- Kate Kelly
"Is Kate Kelly a hero or villain?"
That question was thrown out by a presenter discussing The Church of Jesus Christ of Latter-day Saints' approach to transparency when it comes to its finances during one of the final panels at the 2014 Sunstone Symposium.
The answer, the presenter quipped, "depends on whether people from the Church Office Building are here."
Kelly, who was excommunicated from the LDS Church in June after leading the group Ordain Women in its ongoing struggle for gender equality in the Mormon faith, was a hero to many at the symposium, this year titled Bridges & Byways: Traversing the Mormon Landscape. She and other leaders in the Mormon feminist movement, including Margaret Toscano, received a standing ovation in a packed auditorium as part of a panel addressing how to tackle stereotypes of "nice women" when taking on sexism in the Mormon church.
Another panel member, Janice Allred, received thundering applause when she characterized the obstacle to women gaining the priesthood as the men "standing at the gates of the temple with their priesthood keys dangling between their legs."
That unapologetic tone was also apparent in a panel of board members of Ordain Women who addressed the question of where the group was going. One speaker highlighted how in the run-up to, and fall-out after, Kelly's excommunication, weekly church attendance by female and male Mormon feminists, according to an Ordain Women Facebook survey, had dropped 12 percent and 15 percent, respectively. While one panelist said that her emotional response to Kelly's excommunication was akin to "an abused wife who won't leave her man," another noted that in the wake of Kelly's excommunication, the consequences of "breaking the cultural script" that "the experience of being women in religion is being silent" was hate mail and being ostracized and rejected at their local wards.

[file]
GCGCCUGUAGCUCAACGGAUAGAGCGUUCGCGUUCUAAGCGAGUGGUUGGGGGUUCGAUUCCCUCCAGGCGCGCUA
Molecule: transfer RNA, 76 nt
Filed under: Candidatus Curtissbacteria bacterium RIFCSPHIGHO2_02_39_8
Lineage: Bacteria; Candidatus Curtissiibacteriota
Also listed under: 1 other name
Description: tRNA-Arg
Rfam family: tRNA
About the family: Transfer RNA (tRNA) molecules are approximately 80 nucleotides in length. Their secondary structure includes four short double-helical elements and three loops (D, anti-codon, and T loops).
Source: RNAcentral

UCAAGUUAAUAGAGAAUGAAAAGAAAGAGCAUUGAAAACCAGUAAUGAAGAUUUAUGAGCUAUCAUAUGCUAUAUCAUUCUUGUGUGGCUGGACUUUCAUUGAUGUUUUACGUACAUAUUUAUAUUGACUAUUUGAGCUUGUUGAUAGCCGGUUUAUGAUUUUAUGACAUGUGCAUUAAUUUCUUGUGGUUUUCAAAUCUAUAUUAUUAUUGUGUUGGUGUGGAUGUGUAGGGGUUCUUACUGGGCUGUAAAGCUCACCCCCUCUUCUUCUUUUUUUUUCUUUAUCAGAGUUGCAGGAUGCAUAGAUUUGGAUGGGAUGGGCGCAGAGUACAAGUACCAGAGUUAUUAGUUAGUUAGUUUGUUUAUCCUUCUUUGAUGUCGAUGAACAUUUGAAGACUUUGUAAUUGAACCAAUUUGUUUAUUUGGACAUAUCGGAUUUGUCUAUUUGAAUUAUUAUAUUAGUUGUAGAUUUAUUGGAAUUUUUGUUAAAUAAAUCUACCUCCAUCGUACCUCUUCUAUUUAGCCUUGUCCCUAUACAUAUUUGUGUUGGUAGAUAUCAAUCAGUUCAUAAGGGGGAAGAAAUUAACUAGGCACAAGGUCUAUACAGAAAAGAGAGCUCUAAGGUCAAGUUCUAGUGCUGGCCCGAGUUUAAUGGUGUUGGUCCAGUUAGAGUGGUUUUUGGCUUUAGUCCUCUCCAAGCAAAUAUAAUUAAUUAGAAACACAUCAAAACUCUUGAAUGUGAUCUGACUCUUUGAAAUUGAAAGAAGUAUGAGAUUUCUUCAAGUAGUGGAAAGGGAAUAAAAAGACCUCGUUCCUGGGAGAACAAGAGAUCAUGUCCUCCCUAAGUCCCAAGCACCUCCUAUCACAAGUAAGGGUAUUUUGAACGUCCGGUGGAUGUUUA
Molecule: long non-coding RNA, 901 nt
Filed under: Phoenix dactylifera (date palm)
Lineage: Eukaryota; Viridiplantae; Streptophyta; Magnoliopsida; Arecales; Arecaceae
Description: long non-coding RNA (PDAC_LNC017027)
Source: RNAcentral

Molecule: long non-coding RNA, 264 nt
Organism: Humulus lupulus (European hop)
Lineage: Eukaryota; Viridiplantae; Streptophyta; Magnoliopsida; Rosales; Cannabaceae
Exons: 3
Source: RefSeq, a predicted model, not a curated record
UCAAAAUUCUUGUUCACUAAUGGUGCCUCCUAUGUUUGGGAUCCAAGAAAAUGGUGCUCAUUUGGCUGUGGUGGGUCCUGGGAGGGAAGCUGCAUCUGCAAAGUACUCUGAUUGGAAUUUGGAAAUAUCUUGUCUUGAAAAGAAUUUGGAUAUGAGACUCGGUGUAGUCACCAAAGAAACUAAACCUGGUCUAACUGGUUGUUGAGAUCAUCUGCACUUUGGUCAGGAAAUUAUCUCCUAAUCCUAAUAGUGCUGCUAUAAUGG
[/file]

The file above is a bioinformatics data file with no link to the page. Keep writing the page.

The panel argued that the LDS Church had severely underestimated the impact of the Internet—Ordain Women is run "95 percent online," Kelly said. "We're not going anywhere," said the final panelist, to rousing applause, in response to the question of the future of Ordain Women.
The three-day annual symposium, held at the University of Utah, provided an opportunity for LDS scholars, church members and former members to view issues such as gender equality, polygamy, gun rights, emotional abuse, church discipline, environmental stewardship and more arcane aspects of church history through the prism of progressive Mormon thought.
One panel addressed a federal judge's December 2013 ruling effectively striking down the legal prohibition against "religious cohabitation" that was overshadowed by a federal ruling by Judge Robert Shelby that briefly opened the door to gay marriage in Utah.
The ruling by federal judge Clark Waddoups, noted panelist and Nevada anthropology professor Jennifer Huss Basquiat, did not legalize polygamy, nor did it decriminalize underage marriage. "All it did was strike down the religious cohabitation section of [Utah's] bigamy laws," she said.
Basquiat argued that "a lot of distress comes from the fact that [polygamists] can't share [their] joy," of being in plural marriage because of their fear of prosecution. Polygamists, she argued, "simply want not to be felons."
Vicki Darger is "spiritually" married to Joe Darger and has two sister wives. She cares for the nine children she had by him at their suburban Utah residence. She was raised in polygamy with 39 siblings. "We had a celebration the night we heard" about Waddoups' ruling, she said.
Her extended family was "overcome," she said, but after the cheering, they realized the ruling could still be appealed, and "they lay low. There's still a mistrust of society."
Centennial Park polygamist Stan Shepp said the ruling "was a step in the right direction." He works in St. George, he said, and if someone learns he is polygamist, he can face discrimination. "It's OK for [local residents] to persecute us, mock us, deny me work. That's a problem I think needs to be overcome."